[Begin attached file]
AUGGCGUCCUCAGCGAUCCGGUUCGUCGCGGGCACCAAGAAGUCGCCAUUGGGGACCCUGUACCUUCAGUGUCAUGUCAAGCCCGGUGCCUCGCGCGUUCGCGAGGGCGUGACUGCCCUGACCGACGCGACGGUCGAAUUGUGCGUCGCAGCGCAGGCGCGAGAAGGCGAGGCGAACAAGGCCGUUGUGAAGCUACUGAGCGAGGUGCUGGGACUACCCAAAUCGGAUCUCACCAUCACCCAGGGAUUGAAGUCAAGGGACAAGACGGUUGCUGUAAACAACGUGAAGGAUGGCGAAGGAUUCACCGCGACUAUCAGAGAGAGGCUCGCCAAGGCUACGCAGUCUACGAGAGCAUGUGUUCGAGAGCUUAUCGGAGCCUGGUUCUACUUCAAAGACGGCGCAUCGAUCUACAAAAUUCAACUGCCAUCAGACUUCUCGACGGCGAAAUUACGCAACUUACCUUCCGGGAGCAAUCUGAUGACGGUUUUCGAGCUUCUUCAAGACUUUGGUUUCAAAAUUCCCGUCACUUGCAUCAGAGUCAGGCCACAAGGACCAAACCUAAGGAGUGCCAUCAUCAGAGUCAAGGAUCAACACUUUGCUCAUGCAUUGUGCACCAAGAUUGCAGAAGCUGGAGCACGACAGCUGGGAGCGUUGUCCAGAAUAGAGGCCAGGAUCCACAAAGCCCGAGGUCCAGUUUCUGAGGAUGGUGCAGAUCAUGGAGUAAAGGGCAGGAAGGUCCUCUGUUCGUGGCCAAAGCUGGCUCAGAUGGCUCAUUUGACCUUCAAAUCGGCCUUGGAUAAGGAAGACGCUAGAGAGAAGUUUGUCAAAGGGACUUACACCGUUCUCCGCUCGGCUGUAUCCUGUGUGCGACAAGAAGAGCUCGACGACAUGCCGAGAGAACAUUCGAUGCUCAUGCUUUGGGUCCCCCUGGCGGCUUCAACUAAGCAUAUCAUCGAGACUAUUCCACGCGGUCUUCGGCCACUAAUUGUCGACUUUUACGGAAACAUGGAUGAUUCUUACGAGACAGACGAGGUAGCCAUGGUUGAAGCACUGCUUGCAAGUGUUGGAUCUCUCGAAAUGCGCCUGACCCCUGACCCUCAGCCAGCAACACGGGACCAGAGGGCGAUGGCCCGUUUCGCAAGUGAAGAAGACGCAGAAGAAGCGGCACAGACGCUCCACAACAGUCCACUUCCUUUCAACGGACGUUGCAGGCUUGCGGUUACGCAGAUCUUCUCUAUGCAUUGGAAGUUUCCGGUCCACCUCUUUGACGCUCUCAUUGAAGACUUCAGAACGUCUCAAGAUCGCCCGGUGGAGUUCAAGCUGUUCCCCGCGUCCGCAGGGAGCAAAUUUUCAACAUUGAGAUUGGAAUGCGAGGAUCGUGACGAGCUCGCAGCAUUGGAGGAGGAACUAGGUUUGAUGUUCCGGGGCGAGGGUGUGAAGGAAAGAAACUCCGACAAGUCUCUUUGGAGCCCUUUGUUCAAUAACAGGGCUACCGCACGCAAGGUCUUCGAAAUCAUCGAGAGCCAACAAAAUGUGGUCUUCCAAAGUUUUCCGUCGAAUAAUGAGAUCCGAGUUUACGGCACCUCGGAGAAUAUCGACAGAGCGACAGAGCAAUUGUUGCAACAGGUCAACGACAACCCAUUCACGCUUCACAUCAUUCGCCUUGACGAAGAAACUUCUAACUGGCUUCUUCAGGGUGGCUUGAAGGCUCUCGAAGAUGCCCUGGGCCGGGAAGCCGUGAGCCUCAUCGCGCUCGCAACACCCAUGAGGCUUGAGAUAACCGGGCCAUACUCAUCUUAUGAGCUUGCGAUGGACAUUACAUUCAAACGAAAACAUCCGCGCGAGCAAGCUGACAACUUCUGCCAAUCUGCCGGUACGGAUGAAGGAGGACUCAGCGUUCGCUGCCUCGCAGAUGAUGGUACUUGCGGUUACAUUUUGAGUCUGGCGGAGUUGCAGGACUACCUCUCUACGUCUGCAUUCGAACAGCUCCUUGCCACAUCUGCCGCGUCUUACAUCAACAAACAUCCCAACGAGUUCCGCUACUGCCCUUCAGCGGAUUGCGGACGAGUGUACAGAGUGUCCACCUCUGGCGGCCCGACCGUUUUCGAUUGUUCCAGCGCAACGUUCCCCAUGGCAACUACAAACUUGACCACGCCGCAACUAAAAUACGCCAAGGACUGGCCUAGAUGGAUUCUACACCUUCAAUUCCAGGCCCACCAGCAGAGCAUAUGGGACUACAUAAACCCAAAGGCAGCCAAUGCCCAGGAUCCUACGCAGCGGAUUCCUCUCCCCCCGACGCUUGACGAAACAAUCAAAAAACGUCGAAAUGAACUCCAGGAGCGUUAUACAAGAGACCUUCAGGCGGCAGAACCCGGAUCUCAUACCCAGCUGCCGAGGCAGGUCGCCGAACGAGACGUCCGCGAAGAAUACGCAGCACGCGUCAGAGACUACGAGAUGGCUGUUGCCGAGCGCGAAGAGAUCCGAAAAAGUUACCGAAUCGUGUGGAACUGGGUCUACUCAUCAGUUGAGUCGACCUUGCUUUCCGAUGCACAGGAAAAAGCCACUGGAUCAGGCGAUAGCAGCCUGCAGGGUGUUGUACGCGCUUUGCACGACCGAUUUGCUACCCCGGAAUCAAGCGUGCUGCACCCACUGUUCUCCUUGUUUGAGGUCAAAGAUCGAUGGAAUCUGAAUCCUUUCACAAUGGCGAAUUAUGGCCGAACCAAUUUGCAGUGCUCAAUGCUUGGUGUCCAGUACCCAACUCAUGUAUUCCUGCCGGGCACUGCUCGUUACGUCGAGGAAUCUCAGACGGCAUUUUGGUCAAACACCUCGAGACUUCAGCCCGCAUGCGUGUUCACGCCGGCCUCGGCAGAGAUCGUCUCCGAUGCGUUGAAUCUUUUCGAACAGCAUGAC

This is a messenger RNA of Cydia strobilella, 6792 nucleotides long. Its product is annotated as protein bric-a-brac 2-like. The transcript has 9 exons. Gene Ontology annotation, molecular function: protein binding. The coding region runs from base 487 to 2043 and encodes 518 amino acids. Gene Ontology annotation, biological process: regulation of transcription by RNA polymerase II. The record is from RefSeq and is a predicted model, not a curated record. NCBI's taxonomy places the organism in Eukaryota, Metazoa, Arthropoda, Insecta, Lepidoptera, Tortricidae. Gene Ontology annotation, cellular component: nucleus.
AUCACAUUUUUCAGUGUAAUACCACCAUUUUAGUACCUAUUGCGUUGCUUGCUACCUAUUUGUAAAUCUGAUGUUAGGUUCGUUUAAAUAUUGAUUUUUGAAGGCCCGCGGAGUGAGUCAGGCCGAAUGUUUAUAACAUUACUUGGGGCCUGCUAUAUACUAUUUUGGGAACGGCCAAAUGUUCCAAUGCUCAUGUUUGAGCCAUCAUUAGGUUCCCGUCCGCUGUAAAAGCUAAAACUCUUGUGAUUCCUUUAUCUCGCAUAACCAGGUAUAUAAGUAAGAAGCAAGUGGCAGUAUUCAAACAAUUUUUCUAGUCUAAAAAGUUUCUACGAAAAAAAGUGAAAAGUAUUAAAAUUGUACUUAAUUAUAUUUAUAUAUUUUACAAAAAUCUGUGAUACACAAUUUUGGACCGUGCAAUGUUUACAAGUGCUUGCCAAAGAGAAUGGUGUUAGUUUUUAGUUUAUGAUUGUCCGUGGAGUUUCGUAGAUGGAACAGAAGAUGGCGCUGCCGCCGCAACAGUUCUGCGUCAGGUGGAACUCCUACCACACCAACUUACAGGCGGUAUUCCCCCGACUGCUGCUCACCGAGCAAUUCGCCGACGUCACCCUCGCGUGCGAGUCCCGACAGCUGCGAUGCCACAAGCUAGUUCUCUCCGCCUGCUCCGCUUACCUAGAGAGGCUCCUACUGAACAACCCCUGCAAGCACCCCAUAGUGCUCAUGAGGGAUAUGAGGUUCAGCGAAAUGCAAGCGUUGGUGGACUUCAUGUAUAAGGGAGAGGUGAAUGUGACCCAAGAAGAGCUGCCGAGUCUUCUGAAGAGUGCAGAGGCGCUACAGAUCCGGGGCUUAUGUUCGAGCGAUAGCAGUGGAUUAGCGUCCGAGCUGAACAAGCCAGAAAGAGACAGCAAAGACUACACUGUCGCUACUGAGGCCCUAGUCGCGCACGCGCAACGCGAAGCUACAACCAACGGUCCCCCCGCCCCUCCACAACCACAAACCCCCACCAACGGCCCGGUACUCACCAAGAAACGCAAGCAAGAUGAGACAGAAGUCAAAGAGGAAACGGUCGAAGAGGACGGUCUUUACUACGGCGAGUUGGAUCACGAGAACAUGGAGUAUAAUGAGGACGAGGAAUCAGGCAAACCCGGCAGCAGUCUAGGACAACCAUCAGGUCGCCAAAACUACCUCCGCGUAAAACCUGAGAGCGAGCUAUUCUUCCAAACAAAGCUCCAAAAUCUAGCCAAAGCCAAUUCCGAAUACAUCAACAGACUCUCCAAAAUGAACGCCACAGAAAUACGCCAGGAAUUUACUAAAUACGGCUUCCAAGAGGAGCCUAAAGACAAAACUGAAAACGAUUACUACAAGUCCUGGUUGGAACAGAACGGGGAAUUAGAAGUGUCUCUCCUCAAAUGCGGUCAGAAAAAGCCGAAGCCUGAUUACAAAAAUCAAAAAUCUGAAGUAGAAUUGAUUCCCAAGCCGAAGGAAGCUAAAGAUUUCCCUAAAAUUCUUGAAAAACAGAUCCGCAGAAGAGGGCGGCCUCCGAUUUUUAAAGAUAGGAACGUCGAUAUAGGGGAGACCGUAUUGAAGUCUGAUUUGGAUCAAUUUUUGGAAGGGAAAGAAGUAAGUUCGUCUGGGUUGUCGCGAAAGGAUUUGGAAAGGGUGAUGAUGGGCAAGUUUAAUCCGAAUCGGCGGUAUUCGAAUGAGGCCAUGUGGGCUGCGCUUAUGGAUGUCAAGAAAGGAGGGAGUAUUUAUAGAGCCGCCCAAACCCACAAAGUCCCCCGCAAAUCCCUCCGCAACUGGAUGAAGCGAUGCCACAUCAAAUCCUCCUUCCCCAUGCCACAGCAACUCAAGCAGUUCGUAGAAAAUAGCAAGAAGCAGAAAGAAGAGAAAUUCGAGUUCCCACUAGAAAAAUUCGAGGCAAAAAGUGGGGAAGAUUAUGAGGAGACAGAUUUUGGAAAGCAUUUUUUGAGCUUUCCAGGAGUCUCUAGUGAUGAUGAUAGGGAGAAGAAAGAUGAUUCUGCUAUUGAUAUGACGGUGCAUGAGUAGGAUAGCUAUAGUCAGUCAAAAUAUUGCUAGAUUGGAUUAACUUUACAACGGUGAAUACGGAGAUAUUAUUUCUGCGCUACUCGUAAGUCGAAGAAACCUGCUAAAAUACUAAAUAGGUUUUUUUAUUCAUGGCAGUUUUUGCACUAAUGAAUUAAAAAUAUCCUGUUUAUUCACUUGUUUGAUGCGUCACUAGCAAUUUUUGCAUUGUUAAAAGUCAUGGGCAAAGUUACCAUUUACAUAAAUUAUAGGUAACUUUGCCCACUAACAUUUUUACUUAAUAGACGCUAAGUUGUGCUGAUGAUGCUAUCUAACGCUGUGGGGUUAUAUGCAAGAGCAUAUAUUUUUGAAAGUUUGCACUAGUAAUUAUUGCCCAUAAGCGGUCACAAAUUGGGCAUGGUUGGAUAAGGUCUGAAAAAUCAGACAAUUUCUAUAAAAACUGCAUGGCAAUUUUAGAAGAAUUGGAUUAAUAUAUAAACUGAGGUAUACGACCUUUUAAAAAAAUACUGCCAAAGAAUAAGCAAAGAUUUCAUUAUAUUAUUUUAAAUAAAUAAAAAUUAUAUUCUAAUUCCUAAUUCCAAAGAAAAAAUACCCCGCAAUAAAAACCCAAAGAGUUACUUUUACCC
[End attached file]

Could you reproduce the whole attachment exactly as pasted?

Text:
AUGGCGUCCUCAGCGAUCCGGUUCGUCGCGGGCACCAAGAAGUCGCCAUUGGGGACCCUGUACCUUCAGUGUCAUGUCAAGCCCGGUGCCUCGCGCGUUCGCGAGGGCGUGACUGCCCUGACCGACGCGACGGUCGAAUUGUGCGUCGCAGCGCAGGCGCGAGAAGGCGAGGCGAACAAGGCCGUUGUGAAGCUACUGAGCGAGGUGCUGGGACUACCCAAAUCGGAUCUCACCAUCACCCAGGGAUUGAAGUCAAGGGACAAGACGGUUGCUGUAAACAACGUGAAGGAUGGCGAAGGAUUCACCGCGACUAUCAGAGAGAGGCUCGCCAAGGCUACGCAGUCUACGAGAGCAUGUGUUCGAGAGCUUAUCGGAGCCUGGUUCUACUUCAAAGACGGCGCAUCGAUCUACAAAAUUCAACUGCCAUCAGACUUCUCGACGGCGAAAUUACGCAACUUACCUUCCGGGAGCAAUCUGAUGACGGUUUUCGAGCUUCUUCAAGACUUUGGUUUCAAAAUUCCCGUCACUUGCAUCAGAGUCAGGCCACAAGGACCAAACCUAAGGAGUGCCAUCAUCAGAGUCAAGGAUCAACACUUUGCUCAUGCAUUGUGCACCAAGAUUGCAGAAGCUGGAGCACGACAGCUGGGAGCGUUGUCCAGAAUAGAGGCCAGGAUCCACAAAGCCCGAGGUCCAGUUUCUGAGGAUGGUGCAGAUCAUGGAGUAAAGGGCAGGAAGGUCCUCUGUUCGUGGCCAAAGCUGGCUCAGAUGGCUCAUUUGACCUUCAAAUCGGCCUUGGAUAAGGAAGACGCUAGAGAGAAGUUUGUCAAAGGGACUUACACCGUUCUCCGCUCGGCUGUAUCCUGUGUGCGACAAGAAGAGCUCGACGACAUGCCGAGAGAACAUUCGAUGCUCAUGCUUUGGGUCCCCCUGGCGGCUUCAACUAAGCAUAUCAUCGAGACUAUUCCACGCGGUCUUCGGCCACUAAUUGUCGACUUUUACGGAAACAUGGAUGAUUCUUACGAGACAGACGAGGUAGCCAUGGUUGAAGCACUGCUUGCAAGUGUUGGAUCUCUCGAAAUGCGCCUGACCCCUGACCCUCAGCCAGCAACACGGGACCAGAGGGCGAUGGCCCGUUUCGCAAGUGAAGAAGACGCAGAAGAAGCGGCACAGACGCUCCACAACAGUCCACUUCCUUUCAACGGACGUUGCAGGCUUGCGGUUACGCAGAUCUUCUCUAUGCAUUGGAAGUUUCCGGUCCACCUCUUUGACGCUCUCAUUGAAGACUUCAGAACGUCUCAAGAUCGCCCGGUGGAGUUCAAGCUGUUCCCCGCGUCCGCAGGGAGCAAAUUUUCAACAUUGAGAUUGGAAUGCGAGGAUCGUGACGAGCUCGCAGCAUUGGAGGAGGAACUAGGUUUGAUGUUCCGGGGCGAGGGUGUGAAGGAAAGAAACUCCGACAAGUCUCUUUGGAGCCCUUUGUUCAAUAACAGGGCUACCGCACGCAAGGUCUUCGAAAUCAUCGAGAGCCAACAAAAUGUGGUCUUCCAAAGUUUUCCGUCGAAUAAUGAGAUCCGAGUUUACGGCACCUCGGAGAAUAUCGACAGAGCGACAGAGCAAUUGUUGCAACAGGUCAACGACAACCCAUUCACGCUUCACAUCAUUCGCCUUGACGAAGAAACUUCUAACUGGCUUCUUCAGGGUGGCUUGAAGGCUCUCGAAGAUGCCCUGGGCCGGGAAGCCGUGAGCCUCAUCGCGCUCGCAACACCCAUGAGGCUUGAGAUAACCGGGCCAUACUCAUCUUAUGAGCUUGCGAUGGACAUUACAUUCAAACGAAAACAUCCGCGCGAGCAAGCUGACAACUUCUGCCAAUCUGCCGGUACGGAUGAAGGAGGACUCAGCGUUCGCUGCCUCGCAGAUGAUGGUACUUGCGGUUACAUUUUGAGUCUGGCGGAGUUGCAGGACUACCUCUCUACGUCUGCAUUCGAACAGCUCCUUGCCACAUCUGCCGCGUCUUACAUCAACAAACAUCCCAACGAGUUCCGCUACUGCCCUUCAGCGGAUUGCGGACGAGUGUACAGAGUGUCCACCUCUGGCGGCCCGACCGUUUUCGAUUGUUCCAGCGCAACGUUCCCCAUGGCAACUACAAACUUGACCACGCCGCAACUAAAAUACGCCAAGGACUGGCCUAGAUGGAUUCUACACCUUCAAUUCCAGGCCCACCAGCAGAGCAUAUGGGACUACAUAAACCCAAAGGCAGCCAAUGCCCAGGAUCCUACGCAGCGGAUUCCUCUCCCCCCGACGCUUGACGAAACAAUCAAAAAACGUCGAAAUGAACUCCAGGAGCGUUAUACAAGAGACCUUCAGGCGGCAGAACCCGGAUCUCAUACCCAGCUGCCGAGGCAGGUCGCCGAACGAGACGUCCGCGAAGAAUACGCAGCACGCGUCAGAGACUACGAGAUGGCUGUUGCCGAGCGCGAAGAGAUCCGAAAAAGUUACCGAAUCGUGUGGAACUGGGUCUACUCAUCAGUUGAGUCGACCUUGCUUUCCGAUGCACAGGAAAAAGCCACUGGAUCAGGCGAUAGCAGCCUGCAGGGUGUUGUACGCGCUUUGCACGACCGAUUUGCUACCCCGGAAUCAAGCGUGCUGCACCCACUGUUCUCCUUGUUUGAGGUCAAAGAUCGAUGGAAUCUGAAUCCUUUCACAAUGGCGAAUUAUGGCCGAACCAAUUUGCAGUGCUCAAUGCUUGGUGUCCAGUACCCAACUCAUGUAUUCCUGCCGGGCACUGCUCGUUACGUCGAGGAAUCUCAGACGGCAUUUUGGUCAAACACCUCGAGACUUCAGCCCGCAUGCGUGUUCACGCCGGCCUCGGCAGAGAUCGUCUCCGAUGCGUUGAAUCUUUUCGAACAGCAUGAC

This is a messenger RNA of Cydia strobilella, 6792 nucleotides long. Its product is annotated as protein bric-a-brac 2-like. The transcript has 9 exons. Gene Ontology annotation, molecular function: protein binding. The coding region runs from base 487 to 2043 and encodes 518 amino acids. Gene Ontology annotation, biological process: regulation of transcription by RNA polymerase II. The record is from RefSeq and is a predicted model, not a curated record. NCBI's taxonomy places the organism in Eukaryota, Metazoa, Arthropoda, Insecta, Lepidoptera, Tortricidae. Gene Ontology annotation, cellular component: nucleus.
AUCACAUUUUUCAGUGUAAUACCACCAUUUUAGUACCUAUUGCGUUGCUUGCUACCUAUUUGUAAAUCUGAUGUUAGGUUCGUUUAAAUAUUGAUUUUUGAAGGCCCGCGGAGUGAGUCAGGCCGAAUGUUUAUAACAUUACUUGGGGCCUGCUAUAUACUAUUUUGGGAACGGCCAAAUGUUCCAAUGCUCAUGUUUGAGCCAUCAUUAGGUUCCCGUCCGCUGUAAAAGCUAAAACUCUUGUGAUUCCUUUAUCUCGCAUAACCAGGUAUAUAAGUAAGAAGCAAGUGGCAGUAUUCAAACAAUUUUUCUAGUCUAAAAAGUUUCUACGAAAAAAAGUGAAAAGUAUUAAAAUUGUACUUAAUUAUAUUUAUAUAUUUUACAAAAAUCUGUGAUACACAAUUUUGGACCGUGCAAUGUUUACAAGUGCUUGCCAAAGAGAAUGGUGUUAGUUUUUAGUUUAUGAUUGUCCGUGGAGUUUCGUAGAUGGAACAGAAGAUGGCGCUGCCGCCGCAACAGUUCUGCGUCAGGUGGAACUCCUACCACACCAACUUACAGGCGGUAUUCCCCCGACUGCUGCUCACCGAGCAAUUCGCCGACGUCACCCUCGCGUGCGAGUCCCGACAGCUGCGAUGCCACAAGCUAGUUCUCUCCGCCUGCUCCGCUUACCUAGAGAGGCUCCUACUGAACAACCCCUGCAAGCACCCCAUAGUGCUCAUGAGGGAUAUGAGGUUCAGCGAAAUGCAAGCGUUGGUGGACUUCAUGUAUAAGGGAGAGGUGAAUGUGACCCAAGAAGAGCUGCCGAGUCUUCUGAAGAGUGCAGAGGCGCUACAGAUCCGGGGCUUAUGUUCGAGCGAUAGCAGUGGAUUAGCGUCCGAGCUGAACAAGCCAGAAAGAGACAGCAAAGACUACACUGUCGCUACUGAGGCCCUAGUCGCGCACGCGCAACGCGAAGCUACAACCAACGGUCCCCCCGCCCCUCCACAACCACAAACCCCCACCAACGGCCCGGUACUCACCAAGAAACGCAAGCAAGAUGAGACAGAAGUCAAAGAGGAAACGGUCGAAGAGGACGGUCUUUACUACGGCGAGUUGGAUCACGAGAACAUGGAGUAUAAUGAGGACGAGGAAUCAGGCAAACCCGGCAGCAGUCUAGGACAACCAUCAGGUCGCCAAAACUACCUCCGCGUAAAACCUGAGAGCGAGCUAUUCUUCCAAACAAAGCUCCAAAAUCUAGCCAAAGCCAAUUCCGAAUACAUCAACAGACUCUCCAAAAUGAACGCCACAGAAAUACGCCAGGAAUUUACUAAAUACGGCUUCCAAGAGGAGCCUAAAGACAAAACUGAAAACGAUUACUACAAGUCCUGGUUGGAACAGAACGGGGAAUUAGAAGUGUCUCUCCUCAAAUGCGGUCAGAAAAAGCCGAAGCCUGAUUACAAAAAUCAAAAAUCUGAAGUAGAAUUGAUUCCCAAGCCGAAGGAAGCUAAAGAUUUCCCUAAAAUUCUUGAAAAACAGAUCCGCAGAAGAGGGCGGCCUCCGAUUUUUAAAGAUAGGAACGUCGAUAUAGGGGAGACCGUAUUGAAGUCUGAUUUGGAUCAAUUUUUGGAAGGGAAAGAAGUAAGUUCGUCUGGGUUGUCGCGAAAGGAUUUGGAAAGGGUGAUGAUGGGCAAGUUUAAUCCGAAUCGGCGGUAUUCGAAUGAGGCCAUGUGGGCUGCGCUUAUGGAUGUCAAGAAAGGAGGGAGUAUUUAUAGAGCCGCCCAAACCCACAAAGUCCCCCGCAAAUCCCUCCGCAACUGGAUGAAGCGAUGCCACAUCAAAUCCUCCUUCCCCAUGCCACAGCAACUCAAGCAGUUCGUAGAAAAUAGCAAGAAGCAGAAAGAAGAGAAAUUCGAGUUCCCACUAGAAAAAUUCGAGGCAAAAAGUGGGGAAGAUUAUGAGGAGACAGAUUUUGGAAAGCAUUUUUUGAGCUUUCCAGGAGUCUCUAGUGAUGAUGAUAGGGAGAAGAAAGAUGAUUCUGCUAUUGAUAUGACGGUGCAUGAGUAGGAUAGCUAUAGUCAGUCAAAAUAUUGCUAGAUUGGAUUAACUUUACAACGGUGAAUACGGAGAUAUUAUUUCUGCGCUACUCGUAAGUCGAAGAAACCUGCUAAAAUACUAAAUAGGUUUUUUUAUUCAUGGCAGUUUUUGCACUAAUGAAUUAAAAAUAUCCUGUUUAUUCACUUGUUUGAUGCGUCACUAGCAAUUUUUGCAUUGUUAAAAGUCAUGGGCAAAGUUACCAUUUACAUAAAUUAUAGGUAACUUUGCCCACUAACAUUUUUACUUAAUAGACGCUAAGUUGUGCUGAUGAUGCUAUCUAACGCUGUGGGGUUAUAUGCAAGAGCAUAUAUUUUUGAAAGUUUGCACUAGUAAUUAUUGCCCAUAAGCGGUCACAAAUUGGGCAUGGUUGGAUAAGGUCUGAAAAAUCAGACAAUUUCUAUAAAAACUGCAUGGCAAUUUUAGAAGAAUUGGAUUAAUAUAUAAACUGAGGUAUACGACCUUUUAAAAAAAUACUGCCAAAGAAUAAGCAAAGAUUUCAUUAUAUUAUUUUAAAUAAAUAAAAAUUAUAUUCUAAUUCCUAAUUCCAAAGAAAAAAUACCCCGCAAUAAAAACCCAAAGAGUUACUUUUACCC